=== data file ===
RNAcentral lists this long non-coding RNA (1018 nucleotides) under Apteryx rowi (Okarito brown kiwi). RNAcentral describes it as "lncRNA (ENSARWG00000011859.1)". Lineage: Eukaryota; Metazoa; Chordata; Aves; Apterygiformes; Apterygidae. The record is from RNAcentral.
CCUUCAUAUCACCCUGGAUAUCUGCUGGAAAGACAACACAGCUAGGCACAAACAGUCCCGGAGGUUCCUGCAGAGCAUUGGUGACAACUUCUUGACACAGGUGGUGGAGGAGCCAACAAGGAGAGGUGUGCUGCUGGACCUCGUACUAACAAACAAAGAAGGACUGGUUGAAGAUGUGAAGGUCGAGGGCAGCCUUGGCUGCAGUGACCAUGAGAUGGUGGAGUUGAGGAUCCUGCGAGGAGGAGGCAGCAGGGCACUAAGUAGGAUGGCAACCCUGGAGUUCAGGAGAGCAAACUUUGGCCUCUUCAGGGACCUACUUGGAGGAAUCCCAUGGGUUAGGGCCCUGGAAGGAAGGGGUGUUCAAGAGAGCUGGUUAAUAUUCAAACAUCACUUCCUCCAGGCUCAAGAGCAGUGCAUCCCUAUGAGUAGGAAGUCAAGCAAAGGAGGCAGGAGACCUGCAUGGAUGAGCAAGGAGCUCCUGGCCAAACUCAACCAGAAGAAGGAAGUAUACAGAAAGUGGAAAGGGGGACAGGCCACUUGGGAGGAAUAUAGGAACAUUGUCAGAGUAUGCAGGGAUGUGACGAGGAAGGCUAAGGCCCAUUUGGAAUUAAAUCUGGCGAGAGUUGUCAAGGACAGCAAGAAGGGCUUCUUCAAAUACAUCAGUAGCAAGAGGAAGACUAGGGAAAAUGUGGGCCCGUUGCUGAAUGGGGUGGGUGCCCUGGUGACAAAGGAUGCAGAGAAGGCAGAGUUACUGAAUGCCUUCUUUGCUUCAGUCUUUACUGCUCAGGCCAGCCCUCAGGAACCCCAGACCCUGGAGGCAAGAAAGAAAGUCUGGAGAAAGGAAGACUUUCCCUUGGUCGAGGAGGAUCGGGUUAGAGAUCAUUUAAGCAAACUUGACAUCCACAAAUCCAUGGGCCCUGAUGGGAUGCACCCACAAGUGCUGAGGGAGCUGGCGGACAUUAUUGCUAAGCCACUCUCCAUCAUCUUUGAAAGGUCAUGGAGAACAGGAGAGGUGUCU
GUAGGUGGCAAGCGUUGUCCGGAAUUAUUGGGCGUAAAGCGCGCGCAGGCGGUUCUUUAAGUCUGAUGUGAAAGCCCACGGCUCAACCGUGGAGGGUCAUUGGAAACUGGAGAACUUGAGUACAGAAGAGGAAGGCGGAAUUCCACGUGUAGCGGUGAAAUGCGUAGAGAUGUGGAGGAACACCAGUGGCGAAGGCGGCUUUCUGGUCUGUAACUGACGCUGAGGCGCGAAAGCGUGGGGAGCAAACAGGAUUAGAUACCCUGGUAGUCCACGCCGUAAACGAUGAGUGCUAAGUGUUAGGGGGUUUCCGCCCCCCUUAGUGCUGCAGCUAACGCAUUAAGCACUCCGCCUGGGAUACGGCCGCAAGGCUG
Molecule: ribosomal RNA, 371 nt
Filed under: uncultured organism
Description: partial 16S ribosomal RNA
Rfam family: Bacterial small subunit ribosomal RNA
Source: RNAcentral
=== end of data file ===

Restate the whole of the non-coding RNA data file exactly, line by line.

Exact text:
RNAcentral lists this long non-coding RNA (1018 nucleotides) under Apteryx rowi (Okarito brown kiwi). RNAcentral describes it as "lncRNA (ENSARWG00000011859.1)". Lineage: Eukaryota; Metazoa; Chordata; Aves; Apterygiformes; Apterygidae. The record is from RNAcentral.
CCUUCAUAUCACCCUGGAUAUCUGCUGGAAAGACAACACAGCUAGGCACAAACAGUCCCGGAGGUUCCUGCAGAGCAUUGGUGACAACUUCUUGACACAGGUGGUGGAGGAGCCAACAAGGAGAGGUGUGCUGCUGGACCUCGUACUAACAAACAAAGAAGGACUGGUUGAAGAUGUGAAGGUCGAGGGCAGCCUUGGCUGCAGUGACCAUGAGAUGGUGGAGUUGAGGAUCCUGCGAGGAGGAGGCAGCAGGGCACUAAGUAGGAUGGCAACCCUGGAGUUCAGGAGAGCAAACUUUGGCCUCUUCAGGGACCUACUUGGAGGAAUCCCAUGGGUUAGGGCCCUGGAAGGAAGGGGUGUUCAAGAGAGCUGGUUAAUAUUCAAACAUCACUUCCUCCAGGCUCAAGAGCAGUGCAUCCCUAUGAGUAGGAAGUCAAGCAAAGGAGGCAGGAGACCUGCAUGGAUGAGCAAGGAGCUCCUGGCCAAACUCAACCAGAAGAAGGAAGUAUACAGAAAGUGGAAAGGGGGACAGGCCACUUGGGAGGAAUAUAGGAACAUUGUCAGAGUAUGCAGGGAUGUGACGAGGAAGGCUAAGGCCCAUUUGGAAUUAAAUCUGGCGAGAGUUGUCAAGGACAGCAAGAAGGGCUUCUUCAAAUACAUCAGUAGCAAGAGGAAGACUAGGGAAAAUGUGGGCCCGUUGCUGAAUGGGGUGGGUGCCCUGGUGACAAAGGAUGCAGAGAAGGCAGAGUUACUGAAUGCCUUCUUUGCUUCAGUCUUUACUGCUCAGGCCAGCCCUCAGGAACCCCAGACCCUGGAGGCAAGAAAGAAAGUCUGGAGAAAGGAAGACUUUCCCUUGGUCGAGGAGGAUCGGGUUAGAGAUCAUUUAAGCAAACUUGACAUCCACAAAUCCAUGGGCCCUGAUGGGAUGCACCCACAAGUGCUGAGGGAGCUGGCGGACAUUAUUGCUAAGCCACUCUCCAUCAUCUUUGAAAGGUCAUGGAGAACAGGAGAGGUGUCU
GUAGGUGGCAAGCGUUGUCCGGAAUUAUUGGGCGUAAAGCGCGCGCAGGCGGUUCUUUAAGUCUGAUGUGAAAGCCCACGGCUCAACCGUGGAGGGUCAUUGGAAACUGGAGAACUUGAGUACAGAAGAGGAAGGCGGAAUUCCACGUGUAGCGGUGAAAUGCGUAGAGAUGUGGAGGAACACCAGUGGCGAAGGCGGCUUUCUGGUCUGUAACUGACGCUGAGGCGCGAAAGCGUGGGGAGCAAACAGGAUUAGAUACCCUGGUAGUCCACGCCGUAAACGAUGAGUGCUAAGUGUUAGGGGGUUUCCGCCCCCCUUAGUGCUGCAGCUAACGCAUUAAGCACUCCGCCUGGGAUACGGCCGCAAGGCUG
Molecule: ribosomal RNA, 371 nt
Filed under: uncultured organism
Description: partial 16S ribosomal RNA
Rfam family: Bacterial small subunit ribosomal RNA
Source: RNAcentral